What have we been watching at Polari HQ this week?
When I was a boy I wanted to grow up to look like Alain Delon. It was never going to happen, but I’d seen him on telly one wet Sunday afternoon and it was love at first sight. He remains a style icon for me and in this movie from 1969 he’s paired with the equally beautiful and stylish Romy Schneider (they’d been engaged some years before and, despite splitting up, remained close friends). The camera loves the couple’s slender, glistening, golden bodies and invites us to enjoy them too. There’s an easy on-screen sexual chemistry but also a definite late-sixties sensibility – particularly towards female sexuality – as the film explores layers of sexual tension and jealousy, power-trips and game-playing in relationships. There’s also a great performance from a young Jane Birkin, gawky and gauche as a baby giraffe, but it’s the film’s central couple you can’t take your eyes off, even as their relationship sours.
Andrew Darley – Holy Motors dir. Leos Carax
Taking myself on a miserably wet afternoon to cinema this week proved to be a great decision. Not only did it keep the rain off my head but I also saw possibly one of the most inventive films of 2012. I had read snippets about Holy Motors online and seen the trailer, neither of which gave away a whole lot about the plot, so I essentially went into it blind. What unfolded was a story of a man whose profession revolves around performing several characters across Paris. Sound familiar? It may be because it taps into a common feeling in which we we must carry out various roles with different people in our lives on a daily basis. It also explores the idea that people have become complacent and dependent on technology and are happy to go through life without much feeling, or in other words acting. Walking out of the cinema, still raining, I knew I had seen a director’s vision come to life; blurring the lines between reality and fantasy with some truly obscure and inspiring moments.
Christopher Bryant – Californication, Season 1
I’m late to this party, I know, but I’ve only just started watching Californication, which has just completed its sixth season run. Before I started, David Duchovny was forever Fox Mulder, and he would always be in an X-Files universe, obsessing over conspiracies while Scully questioned his every word with a frown. The David Duchovny in Californication, the writer Hank Moody – yes it’s a terrible name but don’t let that put you off – is a completely different creature. He is irreverent, perpetually randy, and a fearless irritant to public bullies – the scene in which he takes on a man who is on his phone in the cinema is a great wish fulfillment. The ensemble cast is uniformly good, and really funny, particularly his agent, Charlie Runkle, played by Evan Handler. It’s definitely a heterosexual male paradise. The women are all hot, and the men less so. But then, I like that about it as I am interested in the story and characters, and not who’s a fantasy ….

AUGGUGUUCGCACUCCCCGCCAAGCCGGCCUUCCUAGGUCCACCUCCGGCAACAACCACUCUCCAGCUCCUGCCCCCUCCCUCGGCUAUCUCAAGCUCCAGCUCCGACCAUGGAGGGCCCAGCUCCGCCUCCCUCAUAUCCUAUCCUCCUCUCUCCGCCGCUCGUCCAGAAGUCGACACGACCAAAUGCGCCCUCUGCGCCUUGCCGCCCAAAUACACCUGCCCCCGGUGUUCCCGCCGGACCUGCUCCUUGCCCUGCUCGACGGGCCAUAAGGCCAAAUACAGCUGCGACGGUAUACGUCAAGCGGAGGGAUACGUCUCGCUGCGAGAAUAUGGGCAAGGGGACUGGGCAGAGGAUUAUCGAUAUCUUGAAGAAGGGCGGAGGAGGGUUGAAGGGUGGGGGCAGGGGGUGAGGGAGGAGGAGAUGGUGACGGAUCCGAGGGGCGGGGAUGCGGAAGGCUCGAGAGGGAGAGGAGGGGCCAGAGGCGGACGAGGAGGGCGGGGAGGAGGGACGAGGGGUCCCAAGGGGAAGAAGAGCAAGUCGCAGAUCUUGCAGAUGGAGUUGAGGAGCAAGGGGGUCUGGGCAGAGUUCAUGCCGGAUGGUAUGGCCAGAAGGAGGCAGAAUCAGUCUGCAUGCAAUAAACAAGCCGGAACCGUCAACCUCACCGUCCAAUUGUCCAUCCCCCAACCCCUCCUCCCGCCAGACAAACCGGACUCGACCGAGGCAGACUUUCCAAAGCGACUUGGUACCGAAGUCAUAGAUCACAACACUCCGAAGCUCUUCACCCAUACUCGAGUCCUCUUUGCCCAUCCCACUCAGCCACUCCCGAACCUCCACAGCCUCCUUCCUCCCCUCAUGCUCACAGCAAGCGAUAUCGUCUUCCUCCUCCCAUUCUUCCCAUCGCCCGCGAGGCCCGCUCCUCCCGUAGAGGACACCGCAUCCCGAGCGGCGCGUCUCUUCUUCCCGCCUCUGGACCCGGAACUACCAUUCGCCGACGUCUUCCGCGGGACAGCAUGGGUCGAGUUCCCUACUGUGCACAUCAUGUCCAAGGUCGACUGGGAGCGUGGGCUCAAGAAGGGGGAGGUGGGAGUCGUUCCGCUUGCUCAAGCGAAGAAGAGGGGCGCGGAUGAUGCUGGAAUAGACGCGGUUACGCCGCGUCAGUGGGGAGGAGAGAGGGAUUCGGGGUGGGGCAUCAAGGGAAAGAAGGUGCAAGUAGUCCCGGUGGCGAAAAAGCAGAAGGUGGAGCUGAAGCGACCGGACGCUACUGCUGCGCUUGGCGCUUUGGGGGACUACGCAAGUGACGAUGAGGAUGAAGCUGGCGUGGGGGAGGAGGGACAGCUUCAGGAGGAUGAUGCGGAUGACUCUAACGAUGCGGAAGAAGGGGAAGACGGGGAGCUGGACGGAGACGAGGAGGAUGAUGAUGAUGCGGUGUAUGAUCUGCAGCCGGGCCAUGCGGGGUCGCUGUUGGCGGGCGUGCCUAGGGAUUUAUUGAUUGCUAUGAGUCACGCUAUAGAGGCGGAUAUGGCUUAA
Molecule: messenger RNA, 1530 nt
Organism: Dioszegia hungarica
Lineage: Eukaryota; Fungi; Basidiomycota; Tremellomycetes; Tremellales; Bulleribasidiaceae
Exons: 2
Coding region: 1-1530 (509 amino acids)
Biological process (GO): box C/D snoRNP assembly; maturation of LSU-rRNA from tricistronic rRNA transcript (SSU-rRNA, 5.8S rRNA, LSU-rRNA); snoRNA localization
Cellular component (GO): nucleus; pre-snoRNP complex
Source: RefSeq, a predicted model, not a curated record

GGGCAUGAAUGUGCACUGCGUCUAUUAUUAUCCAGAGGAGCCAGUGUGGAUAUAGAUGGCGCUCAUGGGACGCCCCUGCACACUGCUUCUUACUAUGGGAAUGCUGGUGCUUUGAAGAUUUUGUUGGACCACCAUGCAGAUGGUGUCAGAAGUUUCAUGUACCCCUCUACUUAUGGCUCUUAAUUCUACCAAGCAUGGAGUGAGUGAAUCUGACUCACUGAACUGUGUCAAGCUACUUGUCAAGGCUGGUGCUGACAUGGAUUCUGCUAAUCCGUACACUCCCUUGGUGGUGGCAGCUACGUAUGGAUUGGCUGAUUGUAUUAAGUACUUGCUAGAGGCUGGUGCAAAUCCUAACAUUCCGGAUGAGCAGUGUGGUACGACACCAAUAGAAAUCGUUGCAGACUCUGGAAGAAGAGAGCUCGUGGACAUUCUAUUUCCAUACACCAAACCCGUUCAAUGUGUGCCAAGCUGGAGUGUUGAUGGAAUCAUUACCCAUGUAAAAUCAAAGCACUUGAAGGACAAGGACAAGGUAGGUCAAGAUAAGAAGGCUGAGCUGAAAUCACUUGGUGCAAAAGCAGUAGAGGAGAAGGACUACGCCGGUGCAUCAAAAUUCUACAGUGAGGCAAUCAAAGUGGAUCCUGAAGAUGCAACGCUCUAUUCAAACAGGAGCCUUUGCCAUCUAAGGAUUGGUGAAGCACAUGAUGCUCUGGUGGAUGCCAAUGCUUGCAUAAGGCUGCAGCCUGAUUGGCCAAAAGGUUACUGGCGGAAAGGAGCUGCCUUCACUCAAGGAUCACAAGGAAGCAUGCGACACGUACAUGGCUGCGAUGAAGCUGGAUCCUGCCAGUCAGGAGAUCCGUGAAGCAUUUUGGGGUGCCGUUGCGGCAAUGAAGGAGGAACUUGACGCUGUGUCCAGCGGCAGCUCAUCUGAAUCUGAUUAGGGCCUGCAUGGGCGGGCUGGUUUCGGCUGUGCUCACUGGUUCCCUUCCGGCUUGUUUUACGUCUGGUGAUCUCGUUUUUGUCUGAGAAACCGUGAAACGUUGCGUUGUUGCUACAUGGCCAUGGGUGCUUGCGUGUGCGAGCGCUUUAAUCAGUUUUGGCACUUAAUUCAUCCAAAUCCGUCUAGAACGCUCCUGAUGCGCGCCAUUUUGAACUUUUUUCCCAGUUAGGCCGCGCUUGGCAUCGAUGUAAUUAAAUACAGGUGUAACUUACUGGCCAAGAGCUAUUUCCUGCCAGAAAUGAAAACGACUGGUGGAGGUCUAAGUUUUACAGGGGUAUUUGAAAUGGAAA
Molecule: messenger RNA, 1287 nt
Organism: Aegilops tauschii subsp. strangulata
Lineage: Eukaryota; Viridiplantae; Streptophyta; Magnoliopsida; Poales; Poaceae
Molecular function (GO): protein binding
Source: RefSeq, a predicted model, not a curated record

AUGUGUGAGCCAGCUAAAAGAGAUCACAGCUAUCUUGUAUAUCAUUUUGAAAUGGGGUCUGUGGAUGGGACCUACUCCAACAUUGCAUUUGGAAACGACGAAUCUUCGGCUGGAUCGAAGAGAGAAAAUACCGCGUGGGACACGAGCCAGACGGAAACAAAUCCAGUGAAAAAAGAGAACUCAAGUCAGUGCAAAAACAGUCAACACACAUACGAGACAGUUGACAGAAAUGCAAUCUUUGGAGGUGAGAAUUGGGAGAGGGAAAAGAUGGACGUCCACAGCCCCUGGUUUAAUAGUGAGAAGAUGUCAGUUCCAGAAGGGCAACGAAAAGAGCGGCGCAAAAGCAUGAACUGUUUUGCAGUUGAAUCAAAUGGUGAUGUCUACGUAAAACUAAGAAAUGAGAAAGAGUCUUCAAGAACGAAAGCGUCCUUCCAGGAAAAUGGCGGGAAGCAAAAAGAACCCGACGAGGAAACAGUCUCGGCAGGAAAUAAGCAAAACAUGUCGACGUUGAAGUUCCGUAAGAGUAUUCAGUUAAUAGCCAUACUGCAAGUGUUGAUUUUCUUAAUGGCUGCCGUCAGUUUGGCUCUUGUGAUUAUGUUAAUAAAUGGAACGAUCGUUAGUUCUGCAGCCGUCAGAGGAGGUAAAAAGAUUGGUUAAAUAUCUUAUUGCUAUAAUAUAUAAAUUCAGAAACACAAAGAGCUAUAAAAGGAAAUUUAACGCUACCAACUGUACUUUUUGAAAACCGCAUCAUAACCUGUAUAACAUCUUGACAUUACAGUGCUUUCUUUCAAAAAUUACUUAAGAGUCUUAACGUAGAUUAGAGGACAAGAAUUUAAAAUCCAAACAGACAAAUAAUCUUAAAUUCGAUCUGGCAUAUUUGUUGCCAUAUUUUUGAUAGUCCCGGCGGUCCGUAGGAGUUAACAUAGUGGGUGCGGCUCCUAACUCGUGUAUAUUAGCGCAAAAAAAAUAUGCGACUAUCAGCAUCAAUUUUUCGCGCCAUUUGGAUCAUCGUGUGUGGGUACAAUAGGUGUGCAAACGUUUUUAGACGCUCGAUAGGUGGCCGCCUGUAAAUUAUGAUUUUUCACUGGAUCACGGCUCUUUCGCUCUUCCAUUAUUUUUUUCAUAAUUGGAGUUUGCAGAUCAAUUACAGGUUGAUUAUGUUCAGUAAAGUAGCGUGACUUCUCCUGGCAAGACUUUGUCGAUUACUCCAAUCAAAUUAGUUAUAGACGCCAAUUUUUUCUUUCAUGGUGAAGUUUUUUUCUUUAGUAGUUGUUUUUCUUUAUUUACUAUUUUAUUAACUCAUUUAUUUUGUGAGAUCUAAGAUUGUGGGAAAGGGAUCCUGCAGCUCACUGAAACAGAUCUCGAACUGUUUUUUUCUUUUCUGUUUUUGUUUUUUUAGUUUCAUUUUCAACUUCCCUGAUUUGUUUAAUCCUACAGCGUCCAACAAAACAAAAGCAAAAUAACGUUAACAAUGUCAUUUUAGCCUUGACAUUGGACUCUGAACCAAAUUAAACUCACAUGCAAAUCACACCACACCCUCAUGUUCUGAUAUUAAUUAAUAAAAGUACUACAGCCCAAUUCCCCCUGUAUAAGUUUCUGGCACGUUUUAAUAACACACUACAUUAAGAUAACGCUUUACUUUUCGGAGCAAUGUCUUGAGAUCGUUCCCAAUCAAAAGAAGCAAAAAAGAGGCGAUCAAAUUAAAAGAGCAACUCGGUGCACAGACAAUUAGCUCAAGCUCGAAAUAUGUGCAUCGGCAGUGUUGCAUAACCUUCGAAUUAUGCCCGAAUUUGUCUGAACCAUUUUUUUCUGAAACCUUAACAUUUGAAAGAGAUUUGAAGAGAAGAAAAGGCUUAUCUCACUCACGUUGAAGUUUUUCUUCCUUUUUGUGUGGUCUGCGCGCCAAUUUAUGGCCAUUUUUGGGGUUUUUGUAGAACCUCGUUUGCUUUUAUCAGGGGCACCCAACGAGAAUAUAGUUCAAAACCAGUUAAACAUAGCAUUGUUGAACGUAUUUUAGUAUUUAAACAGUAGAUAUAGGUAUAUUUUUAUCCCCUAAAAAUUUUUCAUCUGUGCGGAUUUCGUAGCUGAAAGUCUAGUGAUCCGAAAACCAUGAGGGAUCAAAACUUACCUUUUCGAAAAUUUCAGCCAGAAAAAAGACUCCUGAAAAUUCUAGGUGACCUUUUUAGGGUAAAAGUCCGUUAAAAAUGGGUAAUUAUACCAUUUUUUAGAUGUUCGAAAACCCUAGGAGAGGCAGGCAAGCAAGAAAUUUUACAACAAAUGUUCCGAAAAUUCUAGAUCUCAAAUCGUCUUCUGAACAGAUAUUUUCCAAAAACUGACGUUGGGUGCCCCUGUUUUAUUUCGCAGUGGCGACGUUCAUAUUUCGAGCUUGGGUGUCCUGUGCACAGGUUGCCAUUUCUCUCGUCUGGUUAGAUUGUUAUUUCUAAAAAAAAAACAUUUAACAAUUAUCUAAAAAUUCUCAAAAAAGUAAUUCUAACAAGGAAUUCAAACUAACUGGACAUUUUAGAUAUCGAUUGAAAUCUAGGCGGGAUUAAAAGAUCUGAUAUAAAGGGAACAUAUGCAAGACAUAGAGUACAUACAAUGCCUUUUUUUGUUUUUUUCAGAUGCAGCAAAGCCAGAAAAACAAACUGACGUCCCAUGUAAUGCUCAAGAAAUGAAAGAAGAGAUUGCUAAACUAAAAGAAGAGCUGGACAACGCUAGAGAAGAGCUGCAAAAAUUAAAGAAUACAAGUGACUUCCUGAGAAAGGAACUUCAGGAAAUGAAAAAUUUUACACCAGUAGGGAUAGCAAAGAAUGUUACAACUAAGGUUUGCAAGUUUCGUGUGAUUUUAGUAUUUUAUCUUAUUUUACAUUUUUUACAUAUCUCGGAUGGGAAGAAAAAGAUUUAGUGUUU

Little Bastard – Girls HBO
It’s been a while since I’ve been able to relate to a character on a TV show 100%. So when I was told to watch HBO series Girls, it took me a while to actually take that advice, as I figured this would be another, glamourised, “fashion porn” view of New York life a la Sex And The City. Boy, was I wrong. Based around writer Hannah, whose parents have been paying her rent since graduating from college and taking an unpaid internship, this Brooklyn-based TV show is like an indie film version of Carrie Bradshaw, without the forced style and even more forced relationships. Hannah is rude, self-entitled, says inappropriate things, dates inappropriate men and is, essentially, me. Like a cross between Claire Danes and early Winona Ryder, actress, writer and director Lena Dunham manages to craft a central character that is all parts of us – including the selfish parts we try to pretend don’t exist. I devoured all 10 episodes, which begin airing on Sky Atlantic on Monday, in 24 hours, and this is probably the closest thing I have ever seen to an adult version of 90’s TV show My So Called Life, which in my opinion is a very good thing indeed. I increasingly feel, living in London, that I haven’t got it together … that, at 31, I should have the boyfriend, and the flat, and the high paid job, that I should have dinner parties, and a dog, and the life that we’re all told we should aspire to as a kid. The dysfunctional and, at some points, unlikeable characters in Girls show you that not everyone has it together – and there’s nothing wrong with that. Thank god. Now, to wait for season two…